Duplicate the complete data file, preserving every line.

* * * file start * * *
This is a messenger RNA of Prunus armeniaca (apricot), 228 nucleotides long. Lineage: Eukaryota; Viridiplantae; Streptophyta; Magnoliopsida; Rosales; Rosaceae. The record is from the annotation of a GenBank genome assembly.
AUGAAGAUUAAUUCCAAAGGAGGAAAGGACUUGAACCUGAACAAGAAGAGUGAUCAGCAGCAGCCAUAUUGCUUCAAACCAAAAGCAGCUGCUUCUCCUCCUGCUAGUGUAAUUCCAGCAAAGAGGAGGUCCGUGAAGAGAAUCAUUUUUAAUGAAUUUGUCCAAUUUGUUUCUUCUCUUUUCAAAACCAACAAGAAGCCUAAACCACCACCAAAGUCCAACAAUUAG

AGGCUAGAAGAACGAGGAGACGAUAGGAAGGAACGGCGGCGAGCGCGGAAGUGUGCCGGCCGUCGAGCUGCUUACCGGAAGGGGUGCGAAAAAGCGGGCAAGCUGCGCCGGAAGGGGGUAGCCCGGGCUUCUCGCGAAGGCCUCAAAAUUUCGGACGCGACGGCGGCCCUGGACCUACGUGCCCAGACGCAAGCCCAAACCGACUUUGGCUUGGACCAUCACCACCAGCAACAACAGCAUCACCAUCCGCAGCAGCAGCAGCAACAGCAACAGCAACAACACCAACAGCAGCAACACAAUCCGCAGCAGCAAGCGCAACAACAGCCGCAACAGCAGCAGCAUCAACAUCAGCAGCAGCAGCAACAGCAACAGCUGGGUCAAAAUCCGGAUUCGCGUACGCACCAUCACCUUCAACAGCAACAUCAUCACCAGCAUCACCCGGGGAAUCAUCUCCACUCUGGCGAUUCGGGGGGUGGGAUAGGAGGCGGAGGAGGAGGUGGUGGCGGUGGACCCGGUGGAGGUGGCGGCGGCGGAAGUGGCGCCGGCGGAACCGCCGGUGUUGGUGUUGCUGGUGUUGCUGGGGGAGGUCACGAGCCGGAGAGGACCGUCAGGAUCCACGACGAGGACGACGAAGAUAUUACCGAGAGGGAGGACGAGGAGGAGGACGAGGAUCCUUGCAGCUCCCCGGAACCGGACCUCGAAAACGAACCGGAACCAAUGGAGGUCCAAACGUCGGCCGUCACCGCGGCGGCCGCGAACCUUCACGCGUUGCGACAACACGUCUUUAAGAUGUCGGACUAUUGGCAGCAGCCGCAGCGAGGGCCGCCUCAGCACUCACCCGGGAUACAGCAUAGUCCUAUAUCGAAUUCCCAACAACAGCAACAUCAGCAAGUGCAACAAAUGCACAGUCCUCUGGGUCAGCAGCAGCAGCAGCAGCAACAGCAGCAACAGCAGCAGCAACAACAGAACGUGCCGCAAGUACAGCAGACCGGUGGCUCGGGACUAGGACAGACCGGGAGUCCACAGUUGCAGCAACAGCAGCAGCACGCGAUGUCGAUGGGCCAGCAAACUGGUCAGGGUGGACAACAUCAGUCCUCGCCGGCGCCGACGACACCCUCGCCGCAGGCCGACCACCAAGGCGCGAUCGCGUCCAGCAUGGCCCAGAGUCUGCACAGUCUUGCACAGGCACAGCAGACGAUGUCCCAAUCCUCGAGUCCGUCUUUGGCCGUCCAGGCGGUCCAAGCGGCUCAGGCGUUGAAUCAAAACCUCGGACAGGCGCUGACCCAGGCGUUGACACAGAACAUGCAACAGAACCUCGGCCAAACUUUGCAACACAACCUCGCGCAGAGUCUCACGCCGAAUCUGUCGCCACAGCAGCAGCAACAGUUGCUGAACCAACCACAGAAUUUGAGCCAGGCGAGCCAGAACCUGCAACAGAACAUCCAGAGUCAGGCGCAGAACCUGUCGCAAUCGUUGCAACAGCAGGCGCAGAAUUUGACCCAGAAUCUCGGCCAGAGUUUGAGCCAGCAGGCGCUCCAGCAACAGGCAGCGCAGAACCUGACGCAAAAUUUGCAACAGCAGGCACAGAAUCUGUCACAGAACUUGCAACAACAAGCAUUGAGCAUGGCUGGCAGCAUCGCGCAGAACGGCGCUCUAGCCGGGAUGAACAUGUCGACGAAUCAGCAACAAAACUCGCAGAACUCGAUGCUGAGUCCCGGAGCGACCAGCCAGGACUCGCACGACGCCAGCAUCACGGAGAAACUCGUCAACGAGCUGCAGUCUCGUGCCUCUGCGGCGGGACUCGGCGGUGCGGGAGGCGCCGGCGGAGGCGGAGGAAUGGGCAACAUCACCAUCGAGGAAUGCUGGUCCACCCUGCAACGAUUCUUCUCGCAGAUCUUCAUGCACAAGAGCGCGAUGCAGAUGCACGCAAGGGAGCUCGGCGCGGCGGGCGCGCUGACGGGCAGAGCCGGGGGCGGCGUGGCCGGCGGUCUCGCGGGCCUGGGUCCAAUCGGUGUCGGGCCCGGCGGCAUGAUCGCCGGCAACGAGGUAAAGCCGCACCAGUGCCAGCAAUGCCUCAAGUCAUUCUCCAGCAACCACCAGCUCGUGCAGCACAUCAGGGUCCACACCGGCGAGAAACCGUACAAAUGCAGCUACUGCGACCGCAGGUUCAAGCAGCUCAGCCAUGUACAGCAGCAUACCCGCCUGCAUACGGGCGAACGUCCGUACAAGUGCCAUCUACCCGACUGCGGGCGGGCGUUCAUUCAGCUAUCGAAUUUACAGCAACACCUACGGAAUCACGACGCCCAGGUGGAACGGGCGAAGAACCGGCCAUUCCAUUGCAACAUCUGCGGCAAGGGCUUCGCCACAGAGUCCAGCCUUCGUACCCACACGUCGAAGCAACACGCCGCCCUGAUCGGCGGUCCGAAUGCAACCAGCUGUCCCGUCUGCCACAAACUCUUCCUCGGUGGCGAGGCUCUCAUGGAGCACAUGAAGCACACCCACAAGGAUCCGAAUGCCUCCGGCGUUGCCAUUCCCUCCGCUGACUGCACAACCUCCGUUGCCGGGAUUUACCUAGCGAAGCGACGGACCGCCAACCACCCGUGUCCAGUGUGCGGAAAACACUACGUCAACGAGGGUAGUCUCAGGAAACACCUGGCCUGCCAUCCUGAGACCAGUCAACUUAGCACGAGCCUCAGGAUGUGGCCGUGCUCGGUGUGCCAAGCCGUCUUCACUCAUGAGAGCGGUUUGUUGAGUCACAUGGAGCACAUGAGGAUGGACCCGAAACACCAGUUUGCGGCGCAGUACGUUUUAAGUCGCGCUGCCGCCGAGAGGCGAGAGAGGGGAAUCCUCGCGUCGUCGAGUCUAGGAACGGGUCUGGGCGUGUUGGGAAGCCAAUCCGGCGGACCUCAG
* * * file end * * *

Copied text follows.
This is a messenger RNA of Prunus armeniaca (apricot), 228 nucleotides long. Lineage: Eukaryota; Viridiplantae; Streptophyta; Magnoliopsida; Rosales; Rosaceae. The record is from the annotation of a GenBank genome assembly.
AUGAAGAUUAAUUCCAAAGGAGGAAAGGACUUGAACCUGAACAAGAAGAGUGAUCAGCAGCAGCCAUAUUGCUUCAAACCAAAAGCAGCUGCUUCUCCUCCUGCUAGUGUAAUUCCAGCAAAGAGGAGGUCCGUGAAGAGAAUCAUUUUUAAUGAAUUUGUCCAAUUUGUUUCUUCUCUUUUCAAAACCAACAAGAAGCCUAAACCACCACCAAAGUCCAACAAUUAG

AGGCUAGAAGAACGAGGAGACGAUAGGAAGGAACGGCGGCGAGCGCGGAAGUGUGCCGGCCGUCGAGCUGCUUACCGGAAGGGGUGCGAAAAAGCGGGCAAGCUGCGCCGGAAGGGGGUAGCCCGGGCUUCUCGCGAAGGCCUCAAAAUUUCGGACGCGACGGCGGCCCUGGACCUACGUGCCCAGACGCAAGCCCAAACCGACUUUGGCUUGGACCAUCACCACCAGCAACAACAGCAUCACCAUCCGCAGCAGCAGCAGCAACAGCAACAGCAACAACACCAACAGCAGCAACACAAUCCGCAGCAGCAAGCGCAACAACAGCCGCAACAGCAGCAGCAUCAACAUCAGCAGCAGCAGCAACAGCAACAGCUGGGUCAAAAUCCGGAUUCGCGUACGCACCAUCACCUUCAACAGCAACAUCAUCACCAGCAUCACCCGGGGAAUCAUCUCCACUCUGGCGAUUCGGGGGGUGGGAUAGGAGGCGGAGGAGGAGGUGGUGGCGGUGGACCCGGUGGAGGUGGCGGCGGCGGAAGUGGCGCCGGCGGAACCGCCGGUGUUGGUGUUGCUGGUGUUGCUGGGGGAGGUCACGAGCCGGAGAGGACCGUCAGGAUCCACGACGAGGACGACGAAGAUAUUACCGAGAGGGAGGACGAGGAGGAGGACGAGGAUCCUUGCAGCUCCCCGGAACCGGACCUCGAAAACGAACCGGAACCAAUGGAGGUCCAAACGUCGGCCGUCACCGCGGCGGCCGCGAACCUUCACGCGUUGCGACAACACGUCUUUAAGAUGUCGGACUAUUGGCAGCAGCCGCAGCGAGGGCCGCCUCAGCACUCACCCGGGAUACAGCAUAGUCCUAUAUCGAAUUCCCAACAACAGCAACAUCAGCAAGUGCAACAAAUGCACAGUCCUCUGGGUCAGCAGCAGCAGCAGCAGCAACAGCAGCAACAGCAGCAGCAACAACAGAACGUGCCGCAAGUACAGCAGACCGGUGGCUCGGGACUAGGACAGACCGGGAGUCCACAGUUGCAGCAACAGCAGCAGCACGCGAUGUCGAUGGGCCAGCAAACUGGUCAGGGUGGACAACAUCAGUCCUCGCCGGCGCCGACGACACCCUCGCCGCAGGCCGACCACCAAGGCGCGAUCGCGUCCAGCAUGGCCCAGAGUCUGCACAGUCUUGCACAGGCACAGCAGACGAUGUCCCAAUCCUCGAGUCCGUCUUUGGCCGUCCAGGCGGUCCAAGCGGCUCAGGCGUUGAAUCAAAACCUCGGACAGGCGCUGACCCAGGCGUUGACACAGAACAUGCAACAGAACCUCGGCCAAACUUUGCAACACAACCUCGCGCAGAGUCUCACGCCGAAUCUGUCGCCACAGCAGCAGCAACAGUUGCUGAACCAACCACAGAAUUUGAGCCAGGCGAGCCAGAACCUGCAACAGAACAUCCAGAGUCAGGCGCAGAACCUGUCGCAAUCGUUGCAACAGCAGGCGCAGAAUUUGACCCAGAAUCUCGGCCAGAGUUUGAGCCAGCAGGCGCUCCAGCAACAGGCAGCGCAGAACCUGACGCAAAAUUUGCAACAGCAGGCACAGAAUCUGUCACAGAACUUGCAACAACAAGCAUUGAGCAUGGCUGGCAGCAUCGCGCAGAACGGCGCUCUAGCCGGGAUGAACAUGUCGACGAAUCAGCAACAAAACUCGCAGAACUCGAUGCUGAGUCCCGGAGCGACCAGCCAGGACUCGCACGACGCCAGCAUCACGGAGAAACUCGUCAACGAGCUGCAGUCUCGUGCCUCUGCGGCGGGACUCGGCGGUGCGGGAGGCGCCGGCGGAGGCGGAGGAAUGGGCAACAUCACCAUCGAGGAAUGCUGGUCCACCCUGCAACGAUUCUUCUCGCAGAUCUUCAUGCACAAGAGCGCGAUGCAGAUGCACGCAAGGGAGCUCGGCGCGGCGGGCGCGCUGACGGGCAGAGCCGGGGGCGGCGUGGCCGGCGGUCUCGCGGGCCUGGGUCCAAUCGGUGUCGGGCCCGGCGGCAUGAUCGCCGGCAACGAGGUAAAGCCGCACCAGUGCCAGCAAUGCCUCAAGUCAUUCUCCAGCAACCACCAGCUCGUGCAGCACAUCAGGGUCCACACCGGCGAGAAACCGUACAAAUGCAGCUACUGCGACCGCAGGUUCAAGCAGCUCAGCCAUGUACAGCAGCAUACCCGCCUGCAUACGGGCGAACGUCCGUACAAGUGCCAUCUACCCGACUGCGGGCGGGCGUUCAUUCAGCUAUCGAAUUUACAGCAACACCUACGGAAUCACGACGCCCAGGUGGAACGGGCGAAGAACCGGCCAUUCCAUUGCAACAUCUGCGGCAAGGGCUUCGCCACAGAGUCCAGCCUUCGUACCCACACGUCGAAGCAACACGCCGCCCUGAUCGGCGGUCCGAAUGCAACCAGCUGUCCCGUCUGCCACAAACUCUUCCUCGGUGGCGAGGCUCUCAUGGAGCACAUGAAGCACACCCACAAGGAUCCGAAUGCCUCCGGCGUUGCCAUUCCCUCCGCUGACUGCACAACCUCCGUUGCCGGGAUUUACCUAGCGAAGCGACGGACCGCCAACCACCCGUGUCCAGUGUGCGGAAAACACUACGUCAACGAGGGUAGUCUCAGGAAACACCUGGCCUGCCAUCCUGAGACCAGUCAACUUAGCACGAGCCUCAGGAUGUGGCCGUGCUCGGUGUGCCAAGCCGUCUUCACUCAUGAGAGCGGUUUGUUGAGUCACAUGGAGCACAUGAGGAUGGACCCGAAACACCAGUUUGCGGCGCAGUACGUUUUAAGUCGCGCUGCCGCCGAGAGGCGAGAGAGGGGAAUCCUCGCGUCGUCGAGUCUAGGAACGGGUCUGGGCGUGUUGGGAAGCCAAUCCGGCGGACCUCAG